Tomato towers, chicken RIP, and bees

Tomato cages

Tomato cages

Yay! I arrived home today to find a giant package from Gardener’s Supply Company. I could easily spend way too much at Gardener’s so I try to focus my purchases on “infrastructure” items that should last many seasons. Out of the package I unloaded the six tomato towers that I ordered.  I’m glad these arrived when they did because the tomatoes are starting to grow much faster now and it would be problematic to try to put the cages over the tomatoes once they are too big. These cages are quite popular and were back-ordered (I had to wait three weeks to get them), but they are here now and all set up. Yay!

Tomato blossom

Tomato blossom

The tomato cages are going over tomatoes planted in a raised bed in the greenhouse.  Tomatoes need warmth and they’ll get that in the greenhouse.  They look quite happy, growing quickly now, and are starting to blossom.  The rapid growth does bring up on area where I keep having problems: tomato pruning. Here’s a general Fine Gardening video about why to prune and how and a second that covers early pruning specifically. I’m going to try to stay on top of this this year!

Orchard mason bee house, May 9

Orchard mason bee house, May 9

Orchard mason bee house, May 17
Orchard mason bee house, May 17

In just a bit over a week, the orchard mason bees have filled many more of the egg tubes.  I believe these will be completely full in the next few weeks. 

On to other critters.  We had a chicken die this week.  The poor thing became wobbly and couldn’t walk.  We researched what type of disease it could be, but weren’t sure what we were dealing with.  I had Derek reluctantly ready to put the poor girl out of her misery (he even sharpened a hatchet), but we decided in the end to take her to a vet to see if we should be worried about the rest of the flock.  The vet said she had a bacterial infection that caused liver failure. So far, the other chickens appear to be OK.  One thing we’ve decided, though, is to set up a second coop/run for the chickens so that we can rotate them from one area to another and give them fresh ground. We’re going to set up the second coop and run in the goat pasture in the next few weeks.  I’d love to be able to let them completely roam free in the pasture, but we would definitely risk chicken death via predator by doing that. I suppose I can set up a lawn chair in the pasture and let them roam while I keep guard over them while reading a book.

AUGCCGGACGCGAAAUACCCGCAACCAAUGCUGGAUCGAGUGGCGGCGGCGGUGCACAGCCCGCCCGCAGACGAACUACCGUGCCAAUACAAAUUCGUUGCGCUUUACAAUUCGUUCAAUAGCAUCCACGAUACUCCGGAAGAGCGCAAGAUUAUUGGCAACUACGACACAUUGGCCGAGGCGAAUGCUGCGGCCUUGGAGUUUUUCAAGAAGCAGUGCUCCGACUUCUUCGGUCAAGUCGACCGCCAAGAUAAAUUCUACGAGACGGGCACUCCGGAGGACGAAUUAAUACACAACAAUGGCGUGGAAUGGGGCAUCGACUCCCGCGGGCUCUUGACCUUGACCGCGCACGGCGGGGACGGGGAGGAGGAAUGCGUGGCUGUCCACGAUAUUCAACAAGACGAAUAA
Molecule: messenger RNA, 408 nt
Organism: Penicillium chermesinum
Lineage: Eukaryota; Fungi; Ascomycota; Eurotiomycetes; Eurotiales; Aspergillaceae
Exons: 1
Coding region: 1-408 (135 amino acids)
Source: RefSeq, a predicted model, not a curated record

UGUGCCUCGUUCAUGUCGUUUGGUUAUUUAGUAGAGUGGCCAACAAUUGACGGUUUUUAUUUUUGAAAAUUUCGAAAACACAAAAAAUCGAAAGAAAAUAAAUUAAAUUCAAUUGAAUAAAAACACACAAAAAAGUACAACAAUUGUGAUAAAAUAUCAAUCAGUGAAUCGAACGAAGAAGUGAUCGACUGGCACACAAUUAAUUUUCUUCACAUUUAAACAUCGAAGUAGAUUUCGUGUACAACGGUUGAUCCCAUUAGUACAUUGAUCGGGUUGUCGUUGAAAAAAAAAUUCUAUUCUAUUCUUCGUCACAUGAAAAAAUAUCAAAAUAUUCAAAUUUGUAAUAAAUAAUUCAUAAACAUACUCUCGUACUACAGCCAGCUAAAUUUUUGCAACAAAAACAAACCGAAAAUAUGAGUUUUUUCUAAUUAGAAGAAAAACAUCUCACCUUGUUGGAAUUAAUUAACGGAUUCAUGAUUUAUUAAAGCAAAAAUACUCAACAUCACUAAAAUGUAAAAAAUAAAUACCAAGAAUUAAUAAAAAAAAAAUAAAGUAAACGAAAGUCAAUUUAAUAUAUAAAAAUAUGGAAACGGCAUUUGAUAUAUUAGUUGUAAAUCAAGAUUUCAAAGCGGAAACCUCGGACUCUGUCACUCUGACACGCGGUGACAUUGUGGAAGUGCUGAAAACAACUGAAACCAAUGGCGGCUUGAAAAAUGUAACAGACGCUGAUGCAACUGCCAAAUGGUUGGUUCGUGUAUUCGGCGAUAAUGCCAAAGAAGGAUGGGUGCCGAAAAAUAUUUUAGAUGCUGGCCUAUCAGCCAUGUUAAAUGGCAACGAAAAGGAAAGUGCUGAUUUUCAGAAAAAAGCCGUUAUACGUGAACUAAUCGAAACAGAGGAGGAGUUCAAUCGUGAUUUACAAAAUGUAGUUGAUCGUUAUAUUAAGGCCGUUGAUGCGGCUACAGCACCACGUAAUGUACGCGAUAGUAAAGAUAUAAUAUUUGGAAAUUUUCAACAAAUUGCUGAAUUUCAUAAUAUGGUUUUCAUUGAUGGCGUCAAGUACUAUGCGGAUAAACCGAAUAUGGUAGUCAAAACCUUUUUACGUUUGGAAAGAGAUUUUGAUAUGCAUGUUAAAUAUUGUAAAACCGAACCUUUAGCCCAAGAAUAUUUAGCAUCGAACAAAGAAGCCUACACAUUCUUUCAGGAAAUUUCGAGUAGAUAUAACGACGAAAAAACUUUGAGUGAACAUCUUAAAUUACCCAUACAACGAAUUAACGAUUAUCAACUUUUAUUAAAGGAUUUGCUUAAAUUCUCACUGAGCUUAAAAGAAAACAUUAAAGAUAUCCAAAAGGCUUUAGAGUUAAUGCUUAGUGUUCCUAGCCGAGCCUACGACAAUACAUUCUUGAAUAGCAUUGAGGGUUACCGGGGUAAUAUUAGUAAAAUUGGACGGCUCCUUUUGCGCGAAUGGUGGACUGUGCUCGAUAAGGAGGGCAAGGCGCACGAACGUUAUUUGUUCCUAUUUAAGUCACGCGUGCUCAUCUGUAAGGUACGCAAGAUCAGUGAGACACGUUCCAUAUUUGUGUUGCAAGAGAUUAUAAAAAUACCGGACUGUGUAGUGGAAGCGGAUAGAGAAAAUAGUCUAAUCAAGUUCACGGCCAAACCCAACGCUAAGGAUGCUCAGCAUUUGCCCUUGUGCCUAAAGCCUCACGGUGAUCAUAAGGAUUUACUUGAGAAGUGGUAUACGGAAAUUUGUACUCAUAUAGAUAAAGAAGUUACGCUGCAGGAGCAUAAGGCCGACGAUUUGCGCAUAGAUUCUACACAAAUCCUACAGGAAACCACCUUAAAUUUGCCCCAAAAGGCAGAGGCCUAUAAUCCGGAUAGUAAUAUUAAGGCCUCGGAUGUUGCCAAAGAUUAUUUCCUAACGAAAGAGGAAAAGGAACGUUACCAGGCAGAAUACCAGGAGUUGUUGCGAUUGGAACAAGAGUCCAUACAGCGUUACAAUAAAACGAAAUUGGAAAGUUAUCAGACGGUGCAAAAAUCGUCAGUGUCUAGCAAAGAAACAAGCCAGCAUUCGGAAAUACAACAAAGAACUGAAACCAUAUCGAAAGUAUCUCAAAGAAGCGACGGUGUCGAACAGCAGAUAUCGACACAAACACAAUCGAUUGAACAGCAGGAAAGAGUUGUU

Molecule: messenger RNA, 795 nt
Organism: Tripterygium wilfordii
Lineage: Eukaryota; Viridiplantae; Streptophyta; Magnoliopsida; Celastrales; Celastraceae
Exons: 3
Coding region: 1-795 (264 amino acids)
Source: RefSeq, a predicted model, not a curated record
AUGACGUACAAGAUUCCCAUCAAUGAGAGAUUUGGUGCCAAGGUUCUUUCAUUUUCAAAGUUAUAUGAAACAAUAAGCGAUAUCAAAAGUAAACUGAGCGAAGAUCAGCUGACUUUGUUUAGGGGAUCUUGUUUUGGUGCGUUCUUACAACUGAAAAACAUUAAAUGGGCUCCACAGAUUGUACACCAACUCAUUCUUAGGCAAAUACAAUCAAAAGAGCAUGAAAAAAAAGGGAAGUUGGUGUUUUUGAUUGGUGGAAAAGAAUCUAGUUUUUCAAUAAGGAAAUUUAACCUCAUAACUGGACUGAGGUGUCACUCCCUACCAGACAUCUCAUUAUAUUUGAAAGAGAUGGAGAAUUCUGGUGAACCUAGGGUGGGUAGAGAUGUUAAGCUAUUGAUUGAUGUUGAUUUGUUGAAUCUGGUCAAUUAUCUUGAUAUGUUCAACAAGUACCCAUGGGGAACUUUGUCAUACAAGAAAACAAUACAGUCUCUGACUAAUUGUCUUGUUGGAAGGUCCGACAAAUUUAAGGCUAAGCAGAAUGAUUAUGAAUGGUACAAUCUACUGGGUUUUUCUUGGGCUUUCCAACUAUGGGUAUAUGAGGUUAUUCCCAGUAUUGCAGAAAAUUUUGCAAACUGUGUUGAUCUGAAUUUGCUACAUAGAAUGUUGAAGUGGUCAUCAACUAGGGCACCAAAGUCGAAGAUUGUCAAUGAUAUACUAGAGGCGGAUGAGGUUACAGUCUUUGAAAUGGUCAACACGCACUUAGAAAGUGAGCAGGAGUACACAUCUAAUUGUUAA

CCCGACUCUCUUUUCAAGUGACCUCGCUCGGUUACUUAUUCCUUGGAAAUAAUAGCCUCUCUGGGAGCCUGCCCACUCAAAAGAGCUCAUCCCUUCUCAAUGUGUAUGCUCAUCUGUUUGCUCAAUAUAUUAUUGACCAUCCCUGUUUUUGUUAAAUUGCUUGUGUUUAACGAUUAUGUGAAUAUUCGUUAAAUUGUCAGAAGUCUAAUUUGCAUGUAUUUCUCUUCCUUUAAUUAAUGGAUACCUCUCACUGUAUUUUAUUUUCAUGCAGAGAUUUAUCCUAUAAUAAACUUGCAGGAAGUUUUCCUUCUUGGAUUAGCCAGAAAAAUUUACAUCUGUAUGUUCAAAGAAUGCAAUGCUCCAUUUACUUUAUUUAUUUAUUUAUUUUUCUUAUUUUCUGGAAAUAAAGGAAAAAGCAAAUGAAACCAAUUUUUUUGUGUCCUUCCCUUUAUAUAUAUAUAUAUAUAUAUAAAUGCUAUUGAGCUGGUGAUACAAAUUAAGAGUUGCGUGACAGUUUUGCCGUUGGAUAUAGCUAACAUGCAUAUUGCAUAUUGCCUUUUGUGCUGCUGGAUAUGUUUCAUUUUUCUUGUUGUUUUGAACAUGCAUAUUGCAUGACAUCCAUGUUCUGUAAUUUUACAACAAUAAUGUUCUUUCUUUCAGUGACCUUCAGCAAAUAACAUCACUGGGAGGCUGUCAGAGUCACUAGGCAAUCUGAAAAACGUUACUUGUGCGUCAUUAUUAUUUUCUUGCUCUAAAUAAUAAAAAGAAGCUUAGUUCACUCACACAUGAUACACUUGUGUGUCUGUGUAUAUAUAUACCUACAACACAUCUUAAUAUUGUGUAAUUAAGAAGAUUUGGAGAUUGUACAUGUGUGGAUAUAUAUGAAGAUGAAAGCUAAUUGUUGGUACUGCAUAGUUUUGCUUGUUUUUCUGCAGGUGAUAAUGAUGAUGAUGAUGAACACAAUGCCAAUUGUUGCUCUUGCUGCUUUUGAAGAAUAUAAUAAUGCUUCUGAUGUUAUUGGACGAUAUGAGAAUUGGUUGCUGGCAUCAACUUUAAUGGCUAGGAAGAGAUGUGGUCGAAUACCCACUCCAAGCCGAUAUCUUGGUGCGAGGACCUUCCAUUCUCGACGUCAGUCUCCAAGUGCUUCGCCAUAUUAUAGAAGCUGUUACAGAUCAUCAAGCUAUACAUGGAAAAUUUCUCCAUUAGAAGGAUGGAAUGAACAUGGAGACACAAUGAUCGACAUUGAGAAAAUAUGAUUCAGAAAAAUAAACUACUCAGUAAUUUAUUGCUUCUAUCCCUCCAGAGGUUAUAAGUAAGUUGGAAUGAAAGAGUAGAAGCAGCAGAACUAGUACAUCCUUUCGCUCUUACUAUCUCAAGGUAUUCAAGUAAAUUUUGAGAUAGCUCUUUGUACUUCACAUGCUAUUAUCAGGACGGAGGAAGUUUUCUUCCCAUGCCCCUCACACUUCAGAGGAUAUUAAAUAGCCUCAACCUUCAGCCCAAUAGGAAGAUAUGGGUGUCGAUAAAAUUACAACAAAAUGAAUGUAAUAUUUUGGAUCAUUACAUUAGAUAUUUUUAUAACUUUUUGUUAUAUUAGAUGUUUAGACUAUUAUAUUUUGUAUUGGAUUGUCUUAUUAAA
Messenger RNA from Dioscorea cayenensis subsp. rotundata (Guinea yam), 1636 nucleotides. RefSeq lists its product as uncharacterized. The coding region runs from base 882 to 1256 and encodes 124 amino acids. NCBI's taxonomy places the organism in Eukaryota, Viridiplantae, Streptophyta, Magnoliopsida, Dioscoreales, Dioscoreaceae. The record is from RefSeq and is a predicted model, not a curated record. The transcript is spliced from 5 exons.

Happy gardening!
PS: I harvested the first few alpine strawberries yesterday. Yum.


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5 Responses to Tomato towers, chicken RIP, and bees

  1. kitsapfg says:

    Having a reason to sit in a lawn chair, read a book, and soak up some sun – sounds pretty sweet to me! Sorry you lost the one chicken. Aren’t the Gardener’s Supply tomato cages nice? I love all of mine ( and I have quite a few!).

  2. Lisa says:

    wow! your site looks great!! I used to check it quite regularly but then life got in the way and my blog reading dropped off. I’ll have to get back into the habit! You have been a busy bee with all your projects and posting. I am way totally beyond jealous of your greenhouse. A girl can dream. I will have one someday, rest assured. Until then, my planties will just have to brave the elements and be behind yours! I am jealous of the tomato towers too…I think I’m going to stake mine again this year, as it worked much better than any regular cages I’ve ever used, but the towers seem like they’d be perfect. I’m excited to see how you do with them. OK, I gotta get back to work, so I can’t catch up on all your posts now, but thanks for stopping into Lisa Has Chickens and saying hi. It is nice to hear from you. As for the the pumpkins in the strawbales… I’m just making this up as I go, based loosely on various things I’ve read. Your guess is as good as mine with the soil on top. Plus, if you are not direct-seeding (I didn’t read all the way through, but I think I caught a glimpse of pumpkin starts in seed trays), then you don’t need any soil on the straw, so I’m sure you’re good. It will be fun to compare results come late summer/early fall!


  3. Laura, I agree! Doesn’t sound too bad at all!

    Lisa, looks like I forgot to post the picture of the pumpkin plants in the straw bales. They are indeed started plants, not seeds, so hopefully it will work out without the extra soil. I’ll let you know how the tomato towers work out. Laura, from, says they are great and she should know!

  4. Nancy says:

    The chair solution is a great idea to keep most predators away, but forget the book…the chichis are so fun to watch and interact with you won’t get much reading done!

  5. sustainableeats says:

    Tomato tower envy!

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